IN RE: the Claim of Jennifer A. BRUYNE

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Supreme Court, Appellate Division, Third Department, New York.

IN RE: the Claim of Jennifer A. BRUYNE, Appellant. Commissioner of Labor, Respondent.

Decided: May 24, 2012

Before:  MERCURE, J.P., LAHTINEN, MALONE JR., STEIN and GARRY, JJ. Jennifer A. Bruyne, Holtsville, appellant pro se. Eric T. Schneiderman, Attorney General, New York City (Marjorie S. Leff of counsel), for respondent.

Appeal from a decision of the Unemployment Insurance Appeal Board, filed September 30, 2011, which ruled, among other things, that claimant was ineligible to receive unemployment insurance benefits because she was not available for employment.

Claimant, a Surinam national, originally possessed a valid United States employment card;  however, when it expired in November 1999, she did not seek a renewal.   In 2005, claimant married a United States citizen.   Claimant began working for a fast food restaurant in 2007 and, in 2008, she applied to have her status changed with the United States Citizenship and Immigration Services (hereinafter USCIS) based on her marriage.   Claimant's employment ended in May 2010, after which she filed an original claim for unemployment insurance benefits.   Thereafter, claimant testified before an Administrative Law Judge (hereinafter ALJ) that her USCIS application to change her status remained pending.   The ALJ ultimately found that claimant was ineligible to receive benefits because she was not authorized to work in the United States during the relevant time period and was thus unavailable for work.   The ALJ also found that she was unable to file a valid original claim because her base period employment as an alien was not covered employment under Labor Law § 590.   The Unemployment Insurance Appeal Board affirmed the ALJ's decision and this appeal ensued.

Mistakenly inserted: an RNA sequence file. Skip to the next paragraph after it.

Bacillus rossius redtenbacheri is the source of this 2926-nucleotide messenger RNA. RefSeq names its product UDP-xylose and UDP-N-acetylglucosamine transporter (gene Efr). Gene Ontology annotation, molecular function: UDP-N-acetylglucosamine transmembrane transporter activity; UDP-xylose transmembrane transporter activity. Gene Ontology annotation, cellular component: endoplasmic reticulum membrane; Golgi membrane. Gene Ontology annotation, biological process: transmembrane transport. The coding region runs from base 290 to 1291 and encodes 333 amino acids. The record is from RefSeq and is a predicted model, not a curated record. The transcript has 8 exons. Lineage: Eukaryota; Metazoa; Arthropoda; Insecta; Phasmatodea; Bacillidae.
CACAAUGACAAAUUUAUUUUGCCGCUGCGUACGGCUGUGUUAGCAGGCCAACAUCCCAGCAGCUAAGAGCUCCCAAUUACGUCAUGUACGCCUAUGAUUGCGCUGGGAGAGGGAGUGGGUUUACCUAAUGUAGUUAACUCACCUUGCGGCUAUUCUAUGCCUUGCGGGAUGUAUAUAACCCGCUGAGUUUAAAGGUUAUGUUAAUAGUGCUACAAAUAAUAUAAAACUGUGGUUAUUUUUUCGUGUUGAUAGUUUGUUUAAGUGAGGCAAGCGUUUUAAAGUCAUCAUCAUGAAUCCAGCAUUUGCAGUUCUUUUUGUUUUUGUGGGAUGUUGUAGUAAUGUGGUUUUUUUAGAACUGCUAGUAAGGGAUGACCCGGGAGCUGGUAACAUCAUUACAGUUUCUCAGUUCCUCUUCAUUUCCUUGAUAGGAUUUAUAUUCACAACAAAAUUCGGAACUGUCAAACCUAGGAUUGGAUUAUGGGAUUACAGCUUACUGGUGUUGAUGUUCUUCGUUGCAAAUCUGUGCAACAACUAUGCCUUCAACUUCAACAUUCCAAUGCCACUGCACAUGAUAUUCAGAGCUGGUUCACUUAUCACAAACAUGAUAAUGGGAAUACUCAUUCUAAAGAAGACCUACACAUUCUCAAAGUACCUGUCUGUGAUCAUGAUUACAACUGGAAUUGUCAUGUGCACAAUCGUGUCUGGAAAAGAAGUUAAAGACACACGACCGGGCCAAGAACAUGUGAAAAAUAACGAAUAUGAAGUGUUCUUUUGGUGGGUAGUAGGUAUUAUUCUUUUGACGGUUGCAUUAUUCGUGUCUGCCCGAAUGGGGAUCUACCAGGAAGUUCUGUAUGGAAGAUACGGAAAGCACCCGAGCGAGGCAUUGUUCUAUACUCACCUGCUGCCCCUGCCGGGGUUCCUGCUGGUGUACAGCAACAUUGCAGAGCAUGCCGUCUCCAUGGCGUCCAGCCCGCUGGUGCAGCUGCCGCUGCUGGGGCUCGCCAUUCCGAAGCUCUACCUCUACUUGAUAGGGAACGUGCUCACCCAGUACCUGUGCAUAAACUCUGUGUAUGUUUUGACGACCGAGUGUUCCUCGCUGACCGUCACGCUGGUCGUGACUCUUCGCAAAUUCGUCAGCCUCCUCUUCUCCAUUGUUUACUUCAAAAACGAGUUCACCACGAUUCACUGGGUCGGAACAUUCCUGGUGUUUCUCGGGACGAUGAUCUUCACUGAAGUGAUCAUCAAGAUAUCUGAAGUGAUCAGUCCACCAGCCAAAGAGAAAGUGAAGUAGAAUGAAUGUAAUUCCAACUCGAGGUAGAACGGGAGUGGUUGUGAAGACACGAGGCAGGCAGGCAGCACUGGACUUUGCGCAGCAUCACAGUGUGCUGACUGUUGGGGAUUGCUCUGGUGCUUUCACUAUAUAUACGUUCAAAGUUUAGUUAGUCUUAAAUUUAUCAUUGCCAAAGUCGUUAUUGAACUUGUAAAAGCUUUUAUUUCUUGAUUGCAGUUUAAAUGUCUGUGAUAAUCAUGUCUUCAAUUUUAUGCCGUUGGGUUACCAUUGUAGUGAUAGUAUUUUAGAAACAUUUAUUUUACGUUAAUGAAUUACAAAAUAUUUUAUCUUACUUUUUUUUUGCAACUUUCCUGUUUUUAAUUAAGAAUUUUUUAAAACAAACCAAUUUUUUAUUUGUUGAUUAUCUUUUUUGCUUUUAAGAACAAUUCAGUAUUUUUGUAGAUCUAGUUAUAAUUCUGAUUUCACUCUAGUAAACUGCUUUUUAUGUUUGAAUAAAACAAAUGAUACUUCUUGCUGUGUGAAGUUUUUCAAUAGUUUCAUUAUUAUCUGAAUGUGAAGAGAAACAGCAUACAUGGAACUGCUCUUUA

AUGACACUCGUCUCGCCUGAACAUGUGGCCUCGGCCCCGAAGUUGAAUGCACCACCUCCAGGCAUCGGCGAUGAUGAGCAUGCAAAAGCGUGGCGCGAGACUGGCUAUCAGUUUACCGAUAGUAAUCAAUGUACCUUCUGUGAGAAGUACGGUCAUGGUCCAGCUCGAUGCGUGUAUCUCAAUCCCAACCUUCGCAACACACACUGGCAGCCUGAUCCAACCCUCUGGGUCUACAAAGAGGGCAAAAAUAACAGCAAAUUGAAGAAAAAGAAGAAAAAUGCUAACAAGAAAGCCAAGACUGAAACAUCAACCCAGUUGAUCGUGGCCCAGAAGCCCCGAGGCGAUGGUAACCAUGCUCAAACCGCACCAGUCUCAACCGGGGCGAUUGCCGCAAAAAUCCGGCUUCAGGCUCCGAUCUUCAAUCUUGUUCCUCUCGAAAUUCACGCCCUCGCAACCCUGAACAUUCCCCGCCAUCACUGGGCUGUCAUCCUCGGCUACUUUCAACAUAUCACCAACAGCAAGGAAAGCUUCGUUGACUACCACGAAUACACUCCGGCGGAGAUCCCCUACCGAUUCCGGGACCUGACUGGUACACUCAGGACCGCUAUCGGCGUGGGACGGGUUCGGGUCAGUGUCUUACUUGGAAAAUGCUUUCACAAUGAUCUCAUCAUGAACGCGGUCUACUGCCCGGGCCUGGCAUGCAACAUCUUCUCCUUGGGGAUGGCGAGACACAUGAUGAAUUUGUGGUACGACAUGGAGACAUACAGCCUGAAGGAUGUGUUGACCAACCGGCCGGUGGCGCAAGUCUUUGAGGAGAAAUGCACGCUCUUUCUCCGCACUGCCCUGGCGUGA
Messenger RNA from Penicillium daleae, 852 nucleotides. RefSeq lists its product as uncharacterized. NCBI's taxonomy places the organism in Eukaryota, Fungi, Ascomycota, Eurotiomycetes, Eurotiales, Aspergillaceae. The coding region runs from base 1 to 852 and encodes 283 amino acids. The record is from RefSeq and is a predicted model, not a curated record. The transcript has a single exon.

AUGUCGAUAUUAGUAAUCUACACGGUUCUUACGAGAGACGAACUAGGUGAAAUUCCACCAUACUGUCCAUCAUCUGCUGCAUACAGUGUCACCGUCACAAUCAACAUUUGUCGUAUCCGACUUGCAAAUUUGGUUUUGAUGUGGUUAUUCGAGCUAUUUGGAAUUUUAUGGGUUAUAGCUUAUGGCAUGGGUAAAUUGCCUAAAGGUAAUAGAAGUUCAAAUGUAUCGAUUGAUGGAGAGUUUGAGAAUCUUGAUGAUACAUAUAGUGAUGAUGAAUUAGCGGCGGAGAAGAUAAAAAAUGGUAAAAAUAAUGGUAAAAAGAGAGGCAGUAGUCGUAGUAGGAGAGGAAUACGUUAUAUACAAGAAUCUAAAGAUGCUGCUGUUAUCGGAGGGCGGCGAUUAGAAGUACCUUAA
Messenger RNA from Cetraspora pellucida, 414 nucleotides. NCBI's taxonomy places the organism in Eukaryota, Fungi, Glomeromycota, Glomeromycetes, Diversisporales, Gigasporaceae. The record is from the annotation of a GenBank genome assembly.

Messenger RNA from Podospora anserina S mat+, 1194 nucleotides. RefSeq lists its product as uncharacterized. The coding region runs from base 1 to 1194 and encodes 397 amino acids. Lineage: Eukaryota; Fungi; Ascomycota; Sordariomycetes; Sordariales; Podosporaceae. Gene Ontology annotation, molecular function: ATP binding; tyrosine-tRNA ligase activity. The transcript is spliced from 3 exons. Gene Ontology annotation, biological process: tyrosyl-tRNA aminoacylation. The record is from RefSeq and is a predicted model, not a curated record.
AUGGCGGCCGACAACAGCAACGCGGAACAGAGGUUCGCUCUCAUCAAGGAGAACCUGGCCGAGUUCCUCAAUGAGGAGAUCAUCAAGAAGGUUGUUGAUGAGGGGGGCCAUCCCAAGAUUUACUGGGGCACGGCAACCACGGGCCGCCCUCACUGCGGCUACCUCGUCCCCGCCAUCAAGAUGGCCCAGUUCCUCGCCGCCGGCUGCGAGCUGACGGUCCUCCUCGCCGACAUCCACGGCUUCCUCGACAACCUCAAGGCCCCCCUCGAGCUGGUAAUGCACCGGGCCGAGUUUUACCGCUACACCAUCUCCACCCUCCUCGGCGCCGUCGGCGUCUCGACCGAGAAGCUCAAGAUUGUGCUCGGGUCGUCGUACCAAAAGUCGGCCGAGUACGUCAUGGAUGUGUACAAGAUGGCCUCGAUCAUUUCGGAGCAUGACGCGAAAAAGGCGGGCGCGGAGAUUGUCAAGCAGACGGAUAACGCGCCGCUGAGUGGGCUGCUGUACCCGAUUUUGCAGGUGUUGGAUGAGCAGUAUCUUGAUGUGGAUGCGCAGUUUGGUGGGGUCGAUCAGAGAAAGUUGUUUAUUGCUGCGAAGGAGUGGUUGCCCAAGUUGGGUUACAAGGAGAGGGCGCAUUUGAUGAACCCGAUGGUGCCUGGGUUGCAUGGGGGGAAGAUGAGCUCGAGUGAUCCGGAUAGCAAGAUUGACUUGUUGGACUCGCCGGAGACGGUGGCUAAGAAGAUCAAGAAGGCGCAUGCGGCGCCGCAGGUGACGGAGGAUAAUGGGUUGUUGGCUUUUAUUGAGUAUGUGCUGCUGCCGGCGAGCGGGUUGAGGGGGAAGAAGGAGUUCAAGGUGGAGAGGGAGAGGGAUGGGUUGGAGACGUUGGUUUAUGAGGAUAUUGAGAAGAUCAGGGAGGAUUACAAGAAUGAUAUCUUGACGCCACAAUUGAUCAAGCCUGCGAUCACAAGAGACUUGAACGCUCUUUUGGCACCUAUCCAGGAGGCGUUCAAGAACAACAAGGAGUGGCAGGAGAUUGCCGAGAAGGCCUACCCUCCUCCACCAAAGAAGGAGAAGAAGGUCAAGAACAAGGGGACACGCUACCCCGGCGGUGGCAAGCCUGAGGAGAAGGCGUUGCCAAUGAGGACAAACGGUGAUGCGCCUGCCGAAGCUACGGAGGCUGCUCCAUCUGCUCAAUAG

We affirm.  “In order to be considered available for work and, therefore, eligible to receive unemployment insurance benefits, a non-United States citizen must have valid authorization from the [USCIS] to work in the United States” (Matter of Cale [Commissioner of Labor], 46 A.D.3d 1065, 1066, 847 N.Y.S.2d 296 [2007] [citation omitted];  see Matter of Enrique [Commissioner of Labor], 13 A.D.3d 967, 968, 786 N.Y.S.2d 661 [2004] ).   Here, our review of the record and claimant's testimony confirms that she did not have the proper authorization to work in the United States during the relevant time period.   Thus, we find no basis to disturb the Board's ruling that claimant was not available for work and, further, that, under the circumstances, she was not able to file a valid original claim (see Matter of Enrique [Commissioner of Labor], 13 A.D.3d at 968, 786 N.Y.S.2d 661).

ORDERED that the decision is affirmed, without costs.

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